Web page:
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bids us go to our Parish Priest, or some other Priest in whom we have confidence, and “open our grief,” i.e., make special confession of our sins, that so we may receive from God, by his means, the “ benefit of Absolution, together with ghostly counsel and advice.” We may then feel assured that (conditionally upon our faith and penitence) we have full forgiveness for all our sins, and that we are reconciled to God once more.*

The Church's rule is, that all persons who have been baptized and confirmed “shall communicate three times a year at least, of which Easter to be one.” The two other times, of course, are Christmas and Whitsuntide. We should, however, receive as often as we think we can with profit, and if we be really devout and in earnest, we should not communicate less frequently than once a month. It is well for persons to begin thus by receiving occasionally, and to increase in frequency by degrees. If in doubt, we should take the advice of a Clergyman on this, as on other similar points.

We ought also to receive the Sacrament fasting. Natural reverence would teach us that the Body and BLOOD of CHRIST should be the first Food that enters our mouth on the day of our Communion. Nothing but positive inability to go long without nourishment should lead us to violate this rule, and then what is taken should be liquid rather than solid, as little in quantity, and as long before Communion as possible.

* For further instruction on this head, see “Pardon through the Precious Blood," Parts I. and II. (Palmer.)

Attention to this rule is all the more important, because we are especially called upon, at the present day, to set an example of faith in, and reverence towards, the Presence of CHRIST in this Holy Sacrament. Therefore, when possible, we should communicate at an Early Celebration, employing ourselves at the midday Celebration in worship and intercession.

THE ALTAR MANUAL.

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A LIST OF THE SINS OF THOUGHT, WORD,

AND DEED, INTO WHICH WE ARE MOST LIABLE TO FALL, AS A HELP TO SELFEXAMINATION.

THOUGHTS. Since my last Communion I have [ times (wilfully, encouraged (such and such of these thoughts]. Proud.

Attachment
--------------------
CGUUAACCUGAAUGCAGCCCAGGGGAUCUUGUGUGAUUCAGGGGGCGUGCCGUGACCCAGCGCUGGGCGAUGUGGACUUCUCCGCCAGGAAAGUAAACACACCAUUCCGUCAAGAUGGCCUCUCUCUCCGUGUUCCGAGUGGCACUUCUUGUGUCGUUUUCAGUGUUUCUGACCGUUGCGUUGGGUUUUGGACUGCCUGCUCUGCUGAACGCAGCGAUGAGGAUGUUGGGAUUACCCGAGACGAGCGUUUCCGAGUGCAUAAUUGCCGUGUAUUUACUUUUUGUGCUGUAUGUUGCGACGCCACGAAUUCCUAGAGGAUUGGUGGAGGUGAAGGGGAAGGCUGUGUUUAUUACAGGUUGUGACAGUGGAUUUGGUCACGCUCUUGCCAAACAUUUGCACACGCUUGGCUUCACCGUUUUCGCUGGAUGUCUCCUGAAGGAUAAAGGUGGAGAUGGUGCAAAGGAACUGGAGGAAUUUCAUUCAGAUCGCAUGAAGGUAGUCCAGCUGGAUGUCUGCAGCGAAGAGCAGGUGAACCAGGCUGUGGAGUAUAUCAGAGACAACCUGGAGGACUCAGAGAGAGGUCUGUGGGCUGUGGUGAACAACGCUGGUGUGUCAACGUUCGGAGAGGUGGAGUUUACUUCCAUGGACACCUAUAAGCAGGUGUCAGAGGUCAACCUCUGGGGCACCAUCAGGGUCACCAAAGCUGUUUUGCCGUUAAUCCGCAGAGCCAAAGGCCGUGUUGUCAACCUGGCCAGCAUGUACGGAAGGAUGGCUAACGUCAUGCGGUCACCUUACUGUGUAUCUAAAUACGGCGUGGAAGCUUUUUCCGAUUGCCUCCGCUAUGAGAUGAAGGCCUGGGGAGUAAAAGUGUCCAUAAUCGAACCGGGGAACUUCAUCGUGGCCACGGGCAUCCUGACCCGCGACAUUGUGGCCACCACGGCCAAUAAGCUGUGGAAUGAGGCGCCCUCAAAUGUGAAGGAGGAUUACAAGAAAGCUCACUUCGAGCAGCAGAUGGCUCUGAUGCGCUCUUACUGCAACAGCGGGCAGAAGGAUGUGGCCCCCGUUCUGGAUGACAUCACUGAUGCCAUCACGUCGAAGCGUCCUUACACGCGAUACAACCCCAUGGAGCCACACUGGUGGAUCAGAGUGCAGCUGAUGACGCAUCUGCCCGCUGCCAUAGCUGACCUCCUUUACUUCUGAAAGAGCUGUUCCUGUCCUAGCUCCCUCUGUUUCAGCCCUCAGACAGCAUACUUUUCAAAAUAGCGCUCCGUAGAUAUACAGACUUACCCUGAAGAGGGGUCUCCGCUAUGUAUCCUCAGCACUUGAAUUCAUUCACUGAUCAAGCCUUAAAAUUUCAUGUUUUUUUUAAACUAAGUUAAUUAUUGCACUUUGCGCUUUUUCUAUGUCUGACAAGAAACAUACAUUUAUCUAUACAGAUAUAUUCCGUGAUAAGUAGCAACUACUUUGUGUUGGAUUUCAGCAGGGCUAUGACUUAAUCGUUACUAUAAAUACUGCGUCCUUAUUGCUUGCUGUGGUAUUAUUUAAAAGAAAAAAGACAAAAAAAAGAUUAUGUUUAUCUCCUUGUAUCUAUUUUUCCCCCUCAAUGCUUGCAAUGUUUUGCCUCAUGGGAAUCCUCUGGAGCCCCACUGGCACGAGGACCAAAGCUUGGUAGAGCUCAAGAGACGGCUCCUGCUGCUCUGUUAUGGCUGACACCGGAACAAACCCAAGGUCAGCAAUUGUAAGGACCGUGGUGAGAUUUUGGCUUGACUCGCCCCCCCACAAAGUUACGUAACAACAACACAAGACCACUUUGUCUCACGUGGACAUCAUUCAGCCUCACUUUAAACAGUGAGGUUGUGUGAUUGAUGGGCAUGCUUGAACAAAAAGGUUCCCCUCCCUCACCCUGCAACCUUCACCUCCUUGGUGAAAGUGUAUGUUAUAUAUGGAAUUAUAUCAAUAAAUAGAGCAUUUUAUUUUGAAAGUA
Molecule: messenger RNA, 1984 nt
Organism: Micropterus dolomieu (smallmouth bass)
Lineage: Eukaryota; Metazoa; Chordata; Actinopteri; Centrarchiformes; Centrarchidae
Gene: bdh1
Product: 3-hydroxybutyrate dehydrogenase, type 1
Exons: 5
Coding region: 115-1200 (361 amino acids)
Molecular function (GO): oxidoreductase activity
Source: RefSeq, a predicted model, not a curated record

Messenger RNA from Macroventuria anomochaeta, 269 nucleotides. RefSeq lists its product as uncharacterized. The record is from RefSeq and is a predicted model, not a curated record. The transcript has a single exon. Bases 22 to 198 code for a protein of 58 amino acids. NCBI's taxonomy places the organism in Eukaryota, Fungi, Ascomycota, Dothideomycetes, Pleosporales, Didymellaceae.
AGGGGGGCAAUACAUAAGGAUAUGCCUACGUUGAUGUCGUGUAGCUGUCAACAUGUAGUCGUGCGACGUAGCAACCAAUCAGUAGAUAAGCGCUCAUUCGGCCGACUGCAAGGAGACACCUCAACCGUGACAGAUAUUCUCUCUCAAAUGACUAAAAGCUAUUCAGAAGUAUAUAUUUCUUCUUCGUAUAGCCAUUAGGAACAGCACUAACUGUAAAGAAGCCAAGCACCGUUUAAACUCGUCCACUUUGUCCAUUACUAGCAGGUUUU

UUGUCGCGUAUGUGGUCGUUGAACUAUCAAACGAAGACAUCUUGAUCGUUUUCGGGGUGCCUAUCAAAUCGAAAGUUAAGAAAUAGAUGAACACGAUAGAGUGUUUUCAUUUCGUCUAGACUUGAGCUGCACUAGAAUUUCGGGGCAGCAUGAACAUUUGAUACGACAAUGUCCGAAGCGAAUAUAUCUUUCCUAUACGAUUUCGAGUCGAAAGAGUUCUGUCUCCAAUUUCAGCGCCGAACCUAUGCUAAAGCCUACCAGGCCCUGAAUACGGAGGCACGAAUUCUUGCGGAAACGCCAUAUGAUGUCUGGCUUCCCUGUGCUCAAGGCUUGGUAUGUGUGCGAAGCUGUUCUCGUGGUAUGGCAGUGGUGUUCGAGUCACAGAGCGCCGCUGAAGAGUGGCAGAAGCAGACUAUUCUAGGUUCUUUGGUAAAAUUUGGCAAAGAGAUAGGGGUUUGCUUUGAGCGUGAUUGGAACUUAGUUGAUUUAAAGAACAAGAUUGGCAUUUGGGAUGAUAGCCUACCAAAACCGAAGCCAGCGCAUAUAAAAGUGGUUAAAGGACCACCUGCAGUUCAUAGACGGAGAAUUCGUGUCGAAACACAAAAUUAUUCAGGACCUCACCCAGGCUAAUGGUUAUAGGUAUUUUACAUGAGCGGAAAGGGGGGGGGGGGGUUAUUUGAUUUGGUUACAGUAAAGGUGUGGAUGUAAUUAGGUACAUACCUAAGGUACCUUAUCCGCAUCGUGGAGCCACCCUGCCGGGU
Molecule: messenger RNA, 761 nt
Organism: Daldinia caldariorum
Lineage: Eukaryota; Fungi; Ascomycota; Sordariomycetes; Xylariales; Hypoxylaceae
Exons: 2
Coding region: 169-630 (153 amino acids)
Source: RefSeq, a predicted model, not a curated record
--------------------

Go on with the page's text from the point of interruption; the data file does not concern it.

Revengeful. Vain.

Suspicious (with rash Slothful.

judging). Wandering in Prayer. Dishonest. Impure.

Blasphemous. Covetous.

Unbelieving Envious. Jealous. Presumptuous. Spiteful,

Despairing. Angry.

Discontented.

WORDS. I have also [ ] times, to the injury of the souls of those who heard me, and ofttimes doing harm by my words to my neighbour, spoken (such and such of these words]. Idle. Proud.

Jesting Boasting Immodest. Ill-natured. Abusive. Slanderous. Lying. Dishonest. Flattering, Self-conceited.

Blasphemous, by swearing, &c.

Tempting others to sin.

DEEDS.

I have also [

] times committed (such and such of) these sinful deeds.

I have been idle.
Neglected (such and such) duties.
Squandered money.
Omitted my prayers.
Mis-spent Sunday, and other solemn days.
Neglected self-denial.
I have been vain in my dress, &c.
Covetous, grasping.
Unkind to those in trouble or want.
Impure with myself or with others.
Intemperate in eating and drinking.
Careless in religious duties.

I have injured (such a one] in person or in character.

I have not acted straightforwardly.
I have been dishonest.
Disobedient.
Cross-ill-natured-disobliging.
Quarrelsome.
I have led others into sin.

I have put stumbling blocks in my brother's way.

ACTS OF DEVOTION BEFORE COMMUNION.

N.B.These Actsare more particularly intended

for persons who do not receive every week. Whenever we take part in the Celebration of the Holy Eucharist (whether as recipients on the occasion or not), we should be mindful of the four ends with which the Sacrifice is offered to God. They are these :

I. As an Act of Adoration. II. As a Sacrifice of Thanksgiving. 111. As a Sin-offering to plead for our pardon. IV. As an Act of Supplication for mercies.

We should also, as regards ourselves, have specially in our minds some particular virtue which we are seeking to acquire, or temptation which we desire to overcome, &c. And as regards others, we should pray for the peace of the faithful departed, the relief of the sick, the conversion of sinners, &c. This is called “directing the intention," and should never be omitted. Every Eucharist can thus be applied to special needs by each worshipper. The practical way of doing it is this : (1) Renew the intention" mentally at the beginning of the service ; (2) add it to the prayer you say at the oblation of the Bread and Wine ; (3) repeat it in the short pauses of the Church Militant Prayer; (4) just before the Consecration, ask that the Sacrifice may avail for your desires ; (5) plead its merits while the Priest

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